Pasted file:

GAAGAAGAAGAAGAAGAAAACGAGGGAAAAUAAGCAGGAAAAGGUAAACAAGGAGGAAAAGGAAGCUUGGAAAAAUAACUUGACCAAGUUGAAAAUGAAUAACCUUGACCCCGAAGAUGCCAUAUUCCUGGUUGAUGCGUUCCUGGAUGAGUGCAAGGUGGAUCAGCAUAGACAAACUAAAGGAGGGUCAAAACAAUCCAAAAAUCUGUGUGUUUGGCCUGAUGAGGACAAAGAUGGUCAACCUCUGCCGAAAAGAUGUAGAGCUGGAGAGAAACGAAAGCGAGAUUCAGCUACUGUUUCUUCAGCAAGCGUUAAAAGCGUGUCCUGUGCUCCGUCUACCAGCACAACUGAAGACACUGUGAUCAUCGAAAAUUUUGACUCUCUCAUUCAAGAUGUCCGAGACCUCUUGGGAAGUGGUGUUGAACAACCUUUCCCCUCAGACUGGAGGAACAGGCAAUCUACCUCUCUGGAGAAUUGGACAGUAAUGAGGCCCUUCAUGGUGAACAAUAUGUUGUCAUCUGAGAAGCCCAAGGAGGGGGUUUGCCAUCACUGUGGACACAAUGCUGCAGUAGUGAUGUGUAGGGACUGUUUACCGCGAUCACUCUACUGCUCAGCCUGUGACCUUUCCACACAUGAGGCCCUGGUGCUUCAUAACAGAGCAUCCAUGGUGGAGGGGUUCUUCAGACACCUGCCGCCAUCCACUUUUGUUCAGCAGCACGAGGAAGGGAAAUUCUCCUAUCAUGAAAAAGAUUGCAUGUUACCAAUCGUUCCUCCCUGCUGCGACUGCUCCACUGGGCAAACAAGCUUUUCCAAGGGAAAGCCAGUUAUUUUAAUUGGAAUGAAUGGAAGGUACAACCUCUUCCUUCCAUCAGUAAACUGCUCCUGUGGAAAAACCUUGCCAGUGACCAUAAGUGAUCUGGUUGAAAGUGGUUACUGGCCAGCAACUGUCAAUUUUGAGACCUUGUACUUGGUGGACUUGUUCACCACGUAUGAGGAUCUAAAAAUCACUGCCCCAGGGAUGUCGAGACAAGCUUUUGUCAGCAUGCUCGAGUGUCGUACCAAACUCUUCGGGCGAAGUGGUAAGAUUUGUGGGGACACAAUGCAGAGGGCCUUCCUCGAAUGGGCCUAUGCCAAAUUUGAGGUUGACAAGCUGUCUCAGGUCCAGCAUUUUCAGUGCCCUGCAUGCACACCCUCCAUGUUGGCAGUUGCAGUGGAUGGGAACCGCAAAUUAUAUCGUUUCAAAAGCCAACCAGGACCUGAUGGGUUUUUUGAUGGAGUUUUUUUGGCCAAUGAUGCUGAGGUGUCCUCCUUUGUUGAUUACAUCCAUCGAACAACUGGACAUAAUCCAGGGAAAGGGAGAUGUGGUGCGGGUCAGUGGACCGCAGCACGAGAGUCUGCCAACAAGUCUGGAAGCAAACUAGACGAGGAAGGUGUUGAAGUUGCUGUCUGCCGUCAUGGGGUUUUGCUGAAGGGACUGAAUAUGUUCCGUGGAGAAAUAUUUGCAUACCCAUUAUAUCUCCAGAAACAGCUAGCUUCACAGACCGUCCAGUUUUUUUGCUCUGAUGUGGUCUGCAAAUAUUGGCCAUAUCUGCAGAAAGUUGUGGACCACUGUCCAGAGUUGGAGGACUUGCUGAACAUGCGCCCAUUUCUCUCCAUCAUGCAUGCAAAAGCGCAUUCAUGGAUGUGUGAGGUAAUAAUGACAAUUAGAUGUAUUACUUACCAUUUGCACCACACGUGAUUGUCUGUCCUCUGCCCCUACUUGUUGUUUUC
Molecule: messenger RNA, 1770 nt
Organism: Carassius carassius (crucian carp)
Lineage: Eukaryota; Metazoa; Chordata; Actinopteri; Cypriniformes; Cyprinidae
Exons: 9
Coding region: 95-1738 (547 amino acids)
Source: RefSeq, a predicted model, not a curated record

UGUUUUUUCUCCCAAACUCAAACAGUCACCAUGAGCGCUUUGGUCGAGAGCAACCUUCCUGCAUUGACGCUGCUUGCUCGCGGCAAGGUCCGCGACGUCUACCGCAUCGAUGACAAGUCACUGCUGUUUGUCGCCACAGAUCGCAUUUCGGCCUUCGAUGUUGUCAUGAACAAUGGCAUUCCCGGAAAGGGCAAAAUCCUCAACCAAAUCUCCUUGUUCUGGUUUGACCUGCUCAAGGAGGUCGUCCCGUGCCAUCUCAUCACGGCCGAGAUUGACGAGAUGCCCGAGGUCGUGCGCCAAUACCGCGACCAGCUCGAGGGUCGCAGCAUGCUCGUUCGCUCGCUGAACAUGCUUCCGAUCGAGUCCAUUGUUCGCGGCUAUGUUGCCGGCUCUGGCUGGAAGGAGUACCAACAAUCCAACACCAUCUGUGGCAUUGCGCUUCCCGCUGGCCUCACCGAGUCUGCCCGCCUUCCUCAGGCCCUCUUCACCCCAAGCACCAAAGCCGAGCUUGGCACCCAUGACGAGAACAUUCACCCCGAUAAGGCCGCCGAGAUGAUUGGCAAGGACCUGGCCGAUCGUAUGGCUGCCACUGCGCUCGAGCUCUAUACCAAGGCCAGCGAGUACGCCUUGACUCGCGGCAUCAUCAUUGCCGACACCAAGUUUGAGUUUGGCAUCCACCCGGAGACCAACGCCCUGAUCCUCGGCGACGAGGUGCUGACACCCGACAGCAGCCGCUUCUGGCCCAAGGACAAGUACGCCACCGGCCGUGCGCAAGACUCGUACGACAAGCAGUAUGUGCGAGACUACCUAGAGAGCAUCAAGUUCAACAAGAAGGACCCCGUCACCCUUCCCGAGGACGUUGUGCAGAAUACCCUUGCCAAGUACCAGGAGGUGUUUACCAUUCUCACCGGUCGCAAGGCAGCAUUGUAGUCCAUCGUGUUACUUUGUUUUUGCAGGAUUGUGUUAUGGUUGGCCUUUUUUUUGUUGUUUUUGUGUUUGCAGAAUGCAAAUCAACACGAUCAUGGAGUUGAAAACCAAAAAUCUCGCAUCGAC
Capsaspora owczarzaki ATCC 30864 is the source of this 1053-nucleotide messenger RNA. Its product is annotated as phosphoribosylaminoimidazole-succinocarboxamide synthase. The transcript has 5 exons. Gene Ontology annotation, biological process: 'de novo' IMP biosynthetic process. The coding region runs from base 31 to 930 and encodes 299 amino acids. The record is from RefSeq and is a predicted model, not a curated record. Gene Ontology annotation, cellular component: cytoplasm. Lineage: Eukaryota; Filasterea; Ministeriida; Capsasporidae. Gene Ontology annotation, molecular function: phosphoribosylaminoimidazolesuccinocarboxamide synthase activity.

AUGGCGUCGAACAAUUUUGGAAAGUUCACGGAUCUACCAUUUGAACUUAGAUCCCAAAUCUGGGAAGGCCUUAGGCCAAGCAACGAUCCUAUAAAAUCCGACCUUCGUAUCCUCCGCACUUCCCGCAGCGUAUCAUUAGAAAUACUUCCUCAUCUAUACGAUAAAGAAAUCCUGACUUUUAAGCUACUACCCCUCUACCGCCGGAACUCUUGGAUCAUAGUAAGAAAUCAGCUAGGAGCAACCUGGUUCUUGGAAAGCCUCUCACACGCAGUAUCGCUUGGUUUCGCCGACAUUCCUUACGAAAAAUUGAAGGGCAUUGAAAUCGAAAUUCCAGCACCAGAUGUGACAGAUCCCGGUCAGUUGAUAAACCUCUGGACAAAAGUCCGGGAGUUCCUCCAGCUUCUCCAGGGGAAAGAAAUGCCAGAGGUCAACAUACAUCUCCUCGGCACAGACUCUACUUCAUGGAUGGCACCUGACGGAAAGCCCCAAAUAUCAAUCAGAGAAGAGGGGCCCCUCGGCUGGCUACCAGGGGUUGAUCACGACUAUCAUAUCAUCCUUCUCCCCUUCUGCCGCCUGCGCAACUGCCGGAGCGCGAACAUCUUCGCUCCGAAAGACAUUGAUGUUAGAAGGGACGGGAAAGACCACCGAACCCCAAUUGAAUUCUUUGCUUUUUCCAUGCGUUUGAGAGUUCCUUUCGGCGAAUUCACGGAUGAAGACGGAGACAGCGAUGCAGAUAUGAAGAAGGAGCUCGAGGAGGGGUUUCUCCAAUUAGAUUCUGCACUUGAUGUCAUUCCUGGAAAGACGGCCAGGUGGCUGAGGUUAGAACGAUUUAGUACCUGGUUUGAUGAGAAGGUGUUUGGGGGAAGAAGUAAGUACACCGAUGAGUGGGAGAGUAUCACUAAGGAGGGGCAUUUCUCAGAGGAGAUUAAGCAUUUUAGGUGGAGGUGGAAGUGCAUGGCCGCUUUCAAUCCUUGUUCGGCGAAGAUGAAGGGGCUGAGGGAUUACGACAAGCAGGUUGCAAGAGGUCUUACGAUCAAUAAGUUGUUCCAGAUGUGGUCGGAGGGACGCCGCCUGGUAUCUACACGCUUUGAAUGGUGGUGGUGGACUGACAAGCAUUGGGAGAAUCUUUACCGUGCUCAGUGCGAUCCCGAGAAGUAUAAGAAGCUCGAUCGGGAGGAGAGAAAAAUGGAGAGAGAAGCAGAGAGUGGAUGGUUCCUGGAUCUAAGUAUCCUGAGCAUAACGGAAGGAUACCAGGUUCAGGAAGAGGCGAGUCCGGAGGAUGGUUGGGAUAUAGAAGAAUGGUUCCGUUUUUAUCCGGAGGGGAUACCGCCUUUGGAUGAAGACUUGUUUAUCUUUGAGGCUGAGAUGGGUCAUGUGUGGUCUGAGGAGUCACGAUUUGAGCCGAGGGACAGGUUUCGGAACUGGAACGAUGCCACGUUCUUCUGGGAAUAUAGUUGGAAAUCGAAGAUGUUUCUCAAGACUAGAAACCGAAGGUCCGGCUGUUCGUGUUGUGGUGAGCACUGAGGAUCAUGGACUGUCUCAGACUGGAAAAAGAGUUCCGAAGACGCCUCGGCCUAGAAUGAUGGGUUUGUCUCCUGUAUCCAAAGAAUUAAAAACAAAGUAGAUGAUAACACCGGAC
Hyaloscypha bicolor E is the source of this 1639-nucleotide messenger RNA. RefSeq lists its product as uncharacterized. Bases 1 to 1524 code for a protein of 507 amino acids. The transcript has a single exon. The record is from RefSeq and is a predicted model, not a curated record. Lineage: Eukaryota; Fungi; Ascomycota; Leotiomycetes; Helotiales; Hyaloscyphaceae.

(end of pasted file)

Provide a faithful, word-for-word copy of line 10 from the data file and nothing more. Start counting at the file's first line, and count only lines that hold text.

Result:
AUGGCGUCGAACAAUUUUGGAAAGUUCACGGAUCUACCAUUUGAACUUAGAUCCCAAAUCUGGGAAGGCCUUAGGCCAAGCAACGAUCCUAUAAAAUCCGACCUUCGUAUCCUCCGCACUUCCCGCAGCGUAUCAUUAGAAAUACUUCCUCAUCUAUACGAUAAAGAAAUCCUGACUUUUAAGCUACUACCCCUCUACCGCCGGAACUCUUGGAUCAUAGUAAGAAAUCAGCUAGGAGCAACCUGGUUCUUGGAAAGCCUCUCACACGCAGUAUCGCUUGGUUUCGCCGACAUUCCUUACGAAAAAUUGAAGGGCAUUGAAAUCGAAAUUCCAGCACCAGAUGUGACAGAUCCCGGUCAGUUGAUAAACCUCUGGACAAAAGUCCGGGAGUUCCUCCAGCUUCUCCAGGGGAAAGAAAUGCCAGAGGUCAACAUACAUCUCCUCGGCACAGACUCUACUUCAUGGAUGGCACCUGACGGAAAGCCCCAAAUAUCAAUCAGAGAAGAGGGGCCCCUCGGCUGGCUACCAGGGGUUGAUCACGACUAUCAUAUCAUCCUUCUCCCCUUCUGCCGCCUGCGCAACUGCCGGAGCGCGAACAUCUUCGCUCCGAAAGACAUUGAUGUUAGAAGGGACGGGAAAGACCACCGAACCCCAAUUGAAUUCUUUGCUUUUUCCAUGCGUUUGAGAGUUCCUUUCGGCGAAUUCACGGAUGAAGACGGAGACAGCGAUGCAGAUAUGAAGAAGGAGCUCGAGGAGGGGUUUCUCCAAUUAGAUUCUGCACUUGAUGUCAUUCCUGGAAAGACGGCCAGGUGGCUGAGGUUAGAACGAUUUAGUACCUGGUUUGAUGAGAAGGUGUUUGGGGGAAGAAGUAAGUACACCGAUGAGUGGGAGAGUAUCACUAAGGAGGGGCAUUUCUCAGAGGAGAUUAAGCAUUUUAGGUGGAGGUGGAAGUGCAUGGCCGCUUUCAAUCCUUGUUCGGCGAAGAUGAAGGGGCUGAGGGAUUACGACAAGCAGGUUGCAAGAGGUCUUACGAUCAAUAAGUUGUUCCAGAUGUGGUCGGAGGGACGCCGCCUGGUAUCUACACGCUUUGAAUGGUGGUGGUGGACUGACAAGCAUUGGGAGAAUCUUUACCGUGCUCAGUGCGAUCCCGAGAAGUAUAAGAAGCUCGAUCGGGAGGAGAGAAAAAUGGAGAGAGAAGCAGAGAGUGGAUGGUUCCUGGAUCUAAGUAUCCUGAGCAUAACGGAAGGAUACCAGGUUCAGGAAGAGGCGAGUCCGGAGGAUGGUUGGGAUAUAGAAGAAUGGUUCCGUUUUUAUCCGGAGGGGAUACCGCCUUUGGAUGAAGACUUGUUUAUCUUUGAGGCUGAGAUGGGUCAUGUGUGGUCUGAGGAGUCACGAUUUGAGCCGAGGGACAGGUUUCGGAACUGGAACGAUGCCACGUUCUUCUGGGAAUAUAGUUGGAAAUCGAAGAUGUUUCUCAAGACUAGAAACCGAAGGUCCGGCUGUUCGUGUUGUGGUGAGCACUGAGGAUCAUGGACUGUCUCAGACUGGAAAAAGAGUUCCGAAGACGCCUCGGCCUAGAAUGAUGGGUUUGUCUCCUGUAUCCAAAGAAUUAAAAACAAAGUAGAUGAUAACACCGGAC